America this is quite serious. / America this is the impression I get from looking in the television set. / America is this correct? I’d better get right down to the job. / It’s true I don’t want to join the Army or turn lathes / in precision parts factories, I’m nearsighted and / psychopathic anyway. / America I’m putting my queer shoulder to the wheel.

-America

it was the racks and these on the racks I saw naked / in electric light the night before I quit, / the racks were created to hang our possessions, to keep us together, a temporary shift in space, / God’s only way of building the rickety structure of / Time, / to hold the bags to send on the roads, to carry our / luggage from place to place / looking for a bus to ride us back home to Eternity / where the heart was left and farewell tears / began.

-In The Baggage Room At Greyhound

O dear sweet rosy / unattainable desire / …how sad, no way / to change the mad / cultivated asphodel, the / visible reality…
and skin’s appaling / petals- how inspired / to be so lying in the living / room drunk naked / and dreaming, in the absence / of electricity… / over and over eating the low root / of the asphodel, / gray fate…
rolling in generation / on the flowery couch / as on a bank in Arden- / my only rose tonite’s the treat / of my own nudity.

-An Asphodel

In back of the real / railroad yard in San Jose / I wandered desolate / in front of a tank factory / and sat on a bench / near the switchman’s shack.
A flower lay on the hay on / the asphalt highway / -the dread hay flower / I thought- It had a / brittle black stem and / corolla of yellowish dirty / spikes like Jesus’ inchlong / crown, and a soiled / dry center cotton tuft / like a used shaving brush / that’s been lying under the garage for a year.
Yellow, yellow flower, and / flower of industry, / tough spiky ugly flower, / flower nonetheless, / with the form of the great yellow / Rose in your brain! / This is the flower of the World.

-In back of the real (in whole)

What thoughts I have of you tonight, Walt Whitman, for I walked down the side streets under trees with a headache self-consious looking at the full moon.
In my hungry fatigue, and shopping for images, I went into the neon fruit supermarket, dreaming of your enumberations!
What peaches and what penumbras! Whole families shopping at night! Aisles full of husbands!  Wives in the avocados, babies in the tomatoes! -and  you, Garcia Lorca, what were you doing down by the watermelons?
I saw you, Walt Whitman, childless, lonely  old grubber, poking among the meats in the  refrigerator and eyeing the grocery boys.
I heard you asking questions of each: Who  Killed the pork chops? What price bananas? Are you  my Angel?
I wandered in and out of the brilliant stacks of cans following you, and followed in my imagination by the store detective.
We strode down the open corridors together in our solitary fancy tasting artichokes, possessing every frozen delicacy, and never passing the cashier.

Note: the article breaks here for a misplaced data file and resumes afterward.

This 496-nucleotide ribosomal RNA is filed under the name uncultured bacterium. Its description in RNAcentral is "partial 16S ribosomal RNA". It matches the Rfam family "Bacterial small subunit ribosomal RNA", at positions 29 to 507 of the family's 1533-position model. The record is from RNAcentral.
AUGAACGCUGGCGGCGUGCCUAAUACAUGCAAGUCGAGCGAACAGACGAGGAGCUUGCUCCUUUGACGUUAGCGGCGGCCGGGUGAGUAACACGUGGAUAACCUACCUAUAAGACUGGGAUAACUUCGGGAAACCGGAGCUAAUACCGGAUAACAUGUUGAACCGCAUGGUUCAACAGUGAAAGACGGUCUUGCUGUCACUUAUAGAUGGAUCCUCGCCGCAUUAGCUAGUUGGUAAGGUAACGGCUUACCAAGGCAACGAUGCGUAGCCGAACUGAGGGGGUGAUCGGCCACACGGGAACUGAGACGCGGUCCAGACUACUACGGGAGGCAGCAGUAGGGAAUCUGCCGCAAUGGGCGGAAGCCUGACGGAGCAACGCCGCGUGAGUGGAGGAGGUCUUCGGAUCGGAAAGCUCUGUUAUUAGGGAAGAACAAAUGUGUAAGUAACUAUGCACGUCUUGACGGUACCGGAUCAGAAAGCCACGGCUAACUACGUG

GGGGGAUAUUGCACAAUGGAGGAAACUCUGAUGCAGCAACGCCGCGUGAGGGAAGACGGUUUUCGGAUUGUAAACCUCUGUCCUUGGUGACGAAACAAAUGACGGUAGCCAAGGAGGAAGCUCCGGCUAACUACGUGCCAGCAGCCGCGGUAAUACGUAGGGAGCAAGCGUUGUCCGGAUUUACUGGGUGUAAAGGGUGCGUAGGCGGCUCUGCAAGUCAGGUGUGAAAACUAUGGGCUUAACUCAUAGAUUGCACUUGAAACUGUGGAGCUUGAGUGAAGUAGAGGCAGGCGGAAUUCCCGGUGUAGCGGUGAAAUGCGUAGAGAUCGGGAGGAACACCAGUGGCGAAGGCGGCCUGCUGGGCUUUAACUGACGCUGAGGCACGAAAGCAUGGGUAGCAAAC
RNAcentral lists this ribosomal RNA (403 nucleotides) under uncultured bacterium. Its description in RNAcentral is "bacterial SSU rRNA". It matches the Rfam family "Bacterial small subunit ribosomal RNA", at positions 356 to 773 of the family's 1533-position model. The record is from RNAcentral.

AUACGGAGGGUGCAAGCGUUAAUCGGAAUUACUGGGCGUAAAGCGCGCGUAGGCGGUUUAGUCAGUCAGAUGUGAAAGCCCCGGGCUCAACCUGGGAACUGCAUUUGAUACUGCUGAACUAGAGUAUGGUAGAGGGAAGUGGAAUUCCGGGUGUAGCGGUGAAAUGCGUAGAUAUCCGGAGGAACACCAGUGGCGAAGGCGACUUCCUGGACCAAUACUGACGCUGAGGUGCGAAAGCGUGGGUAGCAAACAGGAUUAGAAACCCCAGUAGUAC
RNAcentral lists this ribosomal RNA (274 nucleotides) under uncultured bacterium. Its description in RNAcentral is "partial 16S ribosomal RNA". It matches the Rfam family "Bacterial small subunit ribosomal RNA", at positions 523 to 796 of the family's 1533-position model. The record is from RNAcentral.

Where are we going, Walt Whitman? The doors close in an hour. Which way does your beard point tonight?
(I touch your book and dream of our odyssey in the supermarket and feel absurd.)
Will we walk all night through solitary streets? The trees add shade to shade, lights out in the houses, we’ll both be lonely.
Will we stroll dreaming of the lost America of love past blue automobiles in driveways, home to our silent cottage?
Ah, dear father, graybeard, lonely old courage-teacher, what America did you have when Charon quit poling his ferry and you got out on a smoking bank and stood watching the boat disappear on the black waters of Lethe?

-A Supermarket in California (in whole)
 see Poetry Speaks

Howl (1955)

Noted for relating stories and experiences of his friends and contemporaries, its tumbling hallucinatory style, and the subsequent obscenity trial which it provoked
Dedicated to Carl Solomon, whom Ginsberg met in a mental institution

Quotations:

I saw the best minds of my generation destroyed by madness, starving hysterical naked,/ dragging themselves through the negro streets at dawn looking for an angry fix

ah, Carl, while you are not safe I am not safe, and / now you’re really in the total animal soup of / time-

with the absolute heart of the poem of life butchered / out of their own bodies good to eat a thousand / years.

Real holy laughter in the river! They saw it all!  the / wild eyes! the holy yells! They bade farewell! / They jumped off the roof! to solitude! waving! / carrying flowers! Down to the river! into the / street!

Carl Solomon! I’m with you in Rockland / where you’re matter than I am

I’m with you in Rockland / where the faculties of the skull no longer admit / the worms of the senses

I’m with you in Rockland / where you scream in a straightjacket that you’re / losing the game of the actual pingpong of the / abyss

I’m with you in rockland / where we hug and kiss the United States under / our bedsheets the United States that coughs all / night and won’t let us sleep